• Allegation: After disturbance in Los Angeles County jail (in which inmates light fires, break stuff), officers maliciously and sadistically beat no-longer-resisting inmates, tasing them repeatedly in sensitive areas and breaking their bones while yelling "stop resisting." Video (mandated by county policy) inexplicably goes missing. Jury: Nineteen officers, including supervisors who condoned culture of excessive force, and the county are liable. Pay $950k damages. District court: Plus $5 mil attorneys' fees. Defendants: This suit shouldn't have been allowed to go; the inmates didn't take mandatory prelitigation step of filing complaint forms. Ninth Circuit: In retaliation for filing a complaint, guards put an inmate in yard with rival gang members who attacked him with razor blades. Affirmed.
  • An heir of the Egyptian composer who arranged the 1957 song, Khosara Khosara (you might recognize it), cannot sue American rappers who borrowed the tune, says the Ninth Circuit, taking a peek at Egyptian law. The heir had sold the rights to the song but claimed a continued and inalienable moral right under Egyptian law to object to "offensive" uses of the song.
  • Protesters erect tents on University of California–Berkeley campus, form human chain to prevent police from taking the tents down. After bullhorn warnings, police use batons to disperse protesters. Excessive force? Ninth Circuit: None of the plaintiffs got really hurt, so no. Concurrence: The protest was entirely peaceful (apart from locking arms), and there was no immediate need to remove the tents. So it was excessive force; but the officers are entitled to qualified immunity because there's no precedent that puts police on notice.
  • Man accepts Facebook friend request from undercover detective, posts incriminating posts. A Fourth Amendment violation? The Delaware Supreme Court says no.
  • Police officer "door checks" motorcyclist, opening door of his patrol car just as the motorcyclist was passing; the collision knocks the motorcyclist off a bridge. He falls 30 feet, sustains serious injuries. Yikes! The motorcyclist was only suspected of speeding and says he didn't know he was being pursued. The officer ignored instruction to cease pursuit, violated several department policies regarding pursuits. Washington state appeals court: No qualified immunity.
  • Allegation: Twitter user @jew_goldstein, a Salisbury, Md. man, tweets GIF to journalist, who is widely known to suffer from epilepsy, with message "YOU DESERVE A SEIZURE FOR YOUR POSTS." The journalist sees the GIF, a rapidly flashing strobe image, and has a serious seizure. District court: The journalist's civil claims for assault, battery, and intentional infliction of emotional distress can proceed. (A criminal case pends as well.)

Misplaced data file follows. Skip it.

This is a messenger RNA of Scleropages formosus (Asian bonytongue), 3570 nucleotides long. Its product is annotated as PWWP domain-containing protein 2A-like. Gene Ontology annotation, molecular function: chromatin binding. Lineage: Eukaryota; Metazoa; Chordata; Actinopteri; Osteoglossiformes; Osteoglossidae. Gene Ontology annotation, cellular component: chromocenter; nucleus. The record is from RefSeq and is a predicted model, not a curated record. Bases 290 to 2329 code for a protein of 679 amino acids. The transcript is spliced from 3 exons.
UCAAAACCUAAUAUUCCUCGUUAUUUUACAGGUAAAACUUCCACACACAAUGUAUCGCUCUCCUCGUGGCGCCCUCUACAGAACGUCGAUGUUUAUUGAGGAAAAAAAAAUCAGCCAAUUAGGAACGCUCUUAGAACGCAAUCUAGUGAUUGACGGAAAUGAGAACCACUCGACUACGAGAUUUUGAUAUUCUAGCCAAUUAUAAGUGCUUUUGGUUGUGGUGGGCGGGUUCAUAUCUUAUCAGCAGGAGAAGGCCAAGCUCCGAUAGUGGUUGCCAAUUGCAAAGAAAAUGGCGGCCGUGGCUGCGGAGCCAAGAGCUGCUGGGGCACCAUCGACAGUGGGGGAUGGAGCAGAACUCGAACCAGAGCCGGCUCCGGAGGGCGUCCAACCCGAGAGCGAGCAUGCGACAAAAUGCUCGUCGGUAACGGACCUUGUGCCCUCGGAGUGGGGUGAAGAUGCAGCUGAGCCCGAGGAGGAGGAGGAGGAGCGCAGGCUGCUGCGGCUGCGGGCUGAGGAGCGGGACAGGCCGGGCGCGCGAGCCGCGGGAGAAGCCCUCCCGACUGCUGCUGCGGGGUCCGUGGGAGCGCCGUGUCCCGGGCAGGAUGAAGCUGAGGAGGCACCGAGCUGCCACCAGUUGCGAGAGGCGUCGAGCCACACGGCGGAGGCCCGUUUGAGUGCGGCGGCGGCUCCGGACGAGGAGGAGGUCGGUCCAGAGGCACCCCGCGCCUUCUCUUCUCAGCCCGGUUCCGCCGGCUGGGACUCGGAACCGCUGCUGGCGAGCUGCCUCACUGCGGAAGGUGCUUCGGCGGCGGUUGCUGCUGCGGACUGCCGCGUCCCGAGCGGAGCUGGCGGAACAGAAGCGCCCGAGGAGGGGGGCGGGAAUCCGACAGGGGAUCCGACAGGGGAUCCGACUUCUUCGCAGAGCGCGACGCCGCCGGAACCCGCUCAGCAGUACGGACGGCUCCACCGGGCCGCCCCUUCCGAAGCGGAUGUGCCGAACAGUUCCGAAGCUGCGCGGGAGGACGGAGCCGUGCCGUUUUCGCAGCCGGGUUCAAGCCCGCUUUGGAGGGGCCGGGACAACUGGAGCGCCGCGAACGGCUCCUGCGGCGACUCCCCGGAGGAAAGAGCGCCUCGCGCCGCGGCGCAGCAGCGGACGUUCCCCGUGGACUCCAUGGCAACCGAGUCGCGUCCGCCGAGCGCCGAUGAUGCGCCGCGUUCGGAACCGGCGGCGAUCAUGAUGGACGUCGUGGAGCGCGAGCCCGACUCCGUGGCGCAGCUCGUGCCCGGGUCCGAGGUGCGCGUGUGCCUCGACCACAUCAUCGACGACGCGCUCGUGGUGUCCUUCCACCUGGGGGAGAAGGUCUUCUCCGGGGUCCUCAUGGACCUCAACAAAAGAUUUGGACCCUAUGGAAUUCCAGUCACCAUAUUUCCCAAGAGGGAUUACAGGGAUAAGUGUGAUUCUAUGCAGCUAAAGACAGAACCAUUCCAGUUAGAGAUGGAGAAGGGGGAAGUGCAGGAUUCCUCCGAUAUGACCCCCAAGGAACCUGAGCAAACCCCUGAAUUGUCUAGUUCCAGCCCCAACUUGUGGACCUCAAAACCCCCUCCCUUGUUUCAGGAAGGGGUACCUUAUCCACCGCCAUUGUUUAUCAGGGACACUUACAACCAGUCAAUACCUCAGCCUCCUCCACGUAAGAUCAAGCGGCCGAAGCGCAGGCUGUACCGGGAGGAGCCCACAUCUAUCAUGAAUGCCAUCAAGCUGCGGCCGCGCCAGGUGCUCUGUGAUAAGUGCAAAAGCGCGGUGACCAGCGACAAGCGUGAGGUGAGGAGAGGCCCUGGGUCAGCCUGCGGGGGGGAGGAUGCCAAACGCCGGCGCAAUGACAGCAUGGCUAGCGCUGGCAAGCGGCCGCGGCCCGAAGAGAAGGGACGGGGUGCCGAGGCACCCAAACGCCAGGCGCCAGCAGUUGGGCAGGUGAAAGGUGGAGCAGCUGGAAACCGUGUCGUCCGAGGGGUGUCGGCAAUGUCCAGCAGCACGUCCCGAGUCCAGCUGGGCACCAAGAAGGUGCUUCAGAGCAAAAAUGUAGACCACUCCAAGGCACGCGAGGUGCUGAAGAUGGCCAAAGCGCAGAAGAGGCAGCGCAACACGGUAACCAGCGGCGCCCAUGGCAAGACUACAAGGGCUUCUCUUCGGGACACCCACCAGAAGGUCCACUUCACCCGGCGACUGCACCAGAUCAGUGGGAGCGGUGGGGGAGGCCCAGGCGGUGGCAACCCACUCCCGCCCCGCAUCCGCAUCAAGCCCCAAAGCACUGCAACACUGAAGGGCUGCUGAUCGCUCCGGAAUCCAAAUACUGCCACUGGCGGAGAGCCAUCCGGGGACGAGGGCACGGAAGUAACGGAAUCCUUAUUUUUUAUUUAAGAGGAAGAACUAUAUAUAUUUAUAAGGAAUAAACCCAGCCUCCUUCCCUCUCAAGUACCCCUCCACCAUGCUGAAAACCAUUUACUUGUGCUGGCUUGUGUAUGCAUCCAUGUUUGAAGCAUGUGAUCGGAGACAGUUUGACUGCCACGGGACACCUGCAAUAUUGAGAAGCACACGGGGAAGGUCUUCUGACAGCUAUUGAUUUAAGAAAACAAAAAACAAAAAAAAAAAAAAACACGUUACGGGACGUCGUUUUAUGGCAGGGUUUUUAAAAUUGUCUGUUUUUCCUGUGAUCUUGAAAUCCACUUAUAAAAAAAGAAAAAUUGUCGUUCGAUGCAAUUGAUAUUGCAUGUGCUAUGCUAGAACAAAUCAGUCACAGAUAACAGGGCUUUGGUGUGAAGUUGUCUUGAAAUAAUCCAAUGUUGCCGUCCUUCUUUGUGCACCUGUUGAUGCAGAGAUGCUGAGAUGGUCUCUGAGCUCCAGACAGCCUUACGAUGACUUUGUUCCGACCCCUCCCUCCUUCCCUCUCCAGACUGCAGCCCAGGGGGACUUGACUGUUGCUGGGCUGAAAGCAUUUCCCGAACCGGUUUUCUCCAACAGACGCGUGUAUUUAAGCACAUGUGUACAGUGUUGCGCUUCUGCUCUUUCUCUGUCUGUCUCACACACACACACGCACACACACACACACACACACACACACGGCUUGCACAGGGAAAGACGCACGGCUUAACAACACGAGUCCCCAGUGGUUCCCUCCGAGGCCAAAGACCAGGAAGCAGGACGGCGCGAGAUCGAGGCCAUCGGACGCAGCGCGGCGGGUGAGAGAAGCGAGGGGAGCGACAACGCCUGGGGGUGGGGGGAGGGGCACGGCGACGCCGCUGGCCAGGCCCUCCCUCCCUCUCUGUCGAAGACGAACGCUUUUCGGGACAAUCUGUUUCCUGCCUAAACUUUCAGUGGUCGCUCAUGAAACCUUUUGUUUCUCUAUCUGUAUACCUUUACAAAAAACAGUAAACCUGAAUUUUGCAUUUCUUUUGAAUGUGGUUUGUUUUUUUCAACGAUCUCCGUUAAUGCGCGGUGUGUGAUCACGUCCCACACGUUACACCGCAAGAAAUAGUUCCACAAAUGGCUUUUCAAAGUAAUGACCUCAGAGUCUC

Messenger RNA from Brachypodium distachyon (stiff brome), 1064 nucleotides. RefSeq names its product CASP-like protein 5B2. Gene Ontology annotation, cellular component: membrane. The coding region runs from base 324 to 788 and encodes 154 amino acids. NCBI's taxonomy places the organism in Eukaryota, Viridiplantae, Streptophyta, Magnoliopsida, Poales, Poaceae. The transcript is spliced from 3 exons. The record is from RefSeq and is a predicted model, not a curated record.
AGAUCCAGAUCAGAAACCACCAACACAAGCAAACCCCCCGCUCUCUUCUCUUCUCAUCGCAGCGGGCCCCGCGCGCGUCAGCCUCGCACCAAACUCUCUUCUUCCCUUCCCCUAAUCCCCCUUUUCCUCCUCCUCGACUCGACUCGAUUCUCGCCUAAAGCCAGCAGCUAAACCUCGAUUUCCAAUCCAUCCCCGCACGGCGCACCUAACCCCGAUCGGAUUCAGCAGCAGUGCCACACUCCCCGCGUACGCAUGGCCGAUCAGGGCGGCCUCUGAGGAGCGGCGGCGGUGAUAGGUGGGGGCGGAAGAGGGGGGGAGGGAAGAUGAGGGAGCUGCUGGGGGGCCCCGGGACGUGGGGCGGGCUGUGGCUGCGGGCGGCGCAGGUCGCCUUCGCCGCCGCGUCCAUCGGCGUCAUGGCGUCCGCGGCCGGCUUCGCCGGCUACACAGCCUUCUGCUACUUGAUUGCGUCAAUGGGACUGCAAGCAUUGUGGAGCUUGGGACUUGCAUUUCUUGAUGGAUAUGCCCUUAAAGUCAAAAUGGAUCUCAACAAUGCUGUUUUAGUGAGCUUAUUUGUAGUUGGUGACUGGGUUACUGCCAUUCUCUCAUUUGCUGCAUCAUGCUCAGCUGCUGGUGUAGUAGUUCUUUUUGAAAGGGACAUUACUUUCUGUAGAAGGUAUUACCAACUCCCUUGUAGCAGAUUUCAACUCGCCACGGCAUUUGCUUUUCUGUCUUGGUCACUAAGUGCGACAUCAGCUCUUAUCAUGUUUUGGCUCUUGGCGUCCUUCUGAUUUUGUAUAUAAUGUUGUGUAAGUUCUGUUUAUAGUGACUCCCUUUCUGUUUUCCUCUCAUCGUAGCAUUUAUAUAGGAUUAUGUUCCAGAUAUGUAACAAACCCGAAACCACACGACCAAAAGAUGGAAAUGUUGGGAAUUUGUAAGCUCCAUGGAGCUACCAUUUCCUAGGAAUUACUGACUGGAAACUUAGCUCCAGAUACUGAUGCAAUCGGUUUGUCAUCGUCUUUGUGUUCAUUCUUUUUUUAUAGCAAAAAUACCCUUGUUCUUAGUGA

This week, IJ sued U.S. Customs and Border Protection for seizing over $58k from a Cleveland retiree. It's been over seven months since agents took the cash from Rustem Kazazi, and he hasn't been charged with a crime. Indeed, his family earned and planned to spend the money legally and have documentation to prove it—if CBP would actually give him a day in court. Read more at The Washington Post. And in related news, CBP has returned over $40k seized from a Texas nurse—weeks after IJ filed suit on her behalf. The suit is not moot, however; read more here.

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  • DodgerBobH||

    This appears to be the "no qualified immunity" version of the Round Up.

  • gormadoc||

    It's much better than the usual version.

  • PoxOnBothYourHouses||

    I see what's going on. "They" are so tired of our constant howling about qualified immunity that "they" are throwing us a bone.

    NOTE: "They" are obviously Patrick Stewart and the Stonecutters

  • Naaman Brown||

    Three no qualified immunity decisions.
    One qualified immunity decisios.
    This time.
    But that just indicates a difference in our perception of Short Circuit's usual reporting.

    I have no idea how often circuit courts reject/accept qualified immunity.

  • great Unknown||

    Relax; when these get to SCOTUS, all the no qualified immunity decisions will be reversed. There are no laws that SCOTUS protects more zealously than the non-existent ones that it created itself.

  • Krayt||

    ===Does the motto "In God We Trust" inscribed on U.S. currency unconstitutionally endorse monotheistic religion? The Seventh Circuit says no, the motto (and other phrases like "one nation under God") merely give a nod to the nation's religious heritage===

    Which is fine, but it wasn't added as a nod to heritage. It was added as a loud scream of religion vs. heathen bastards.

  • bernard11||

    Really just some public display of piety. Per Wikipedia it was adopted as the national motto during the Cold War to show up the godless commies, though it first appeared on currency in the 1860's.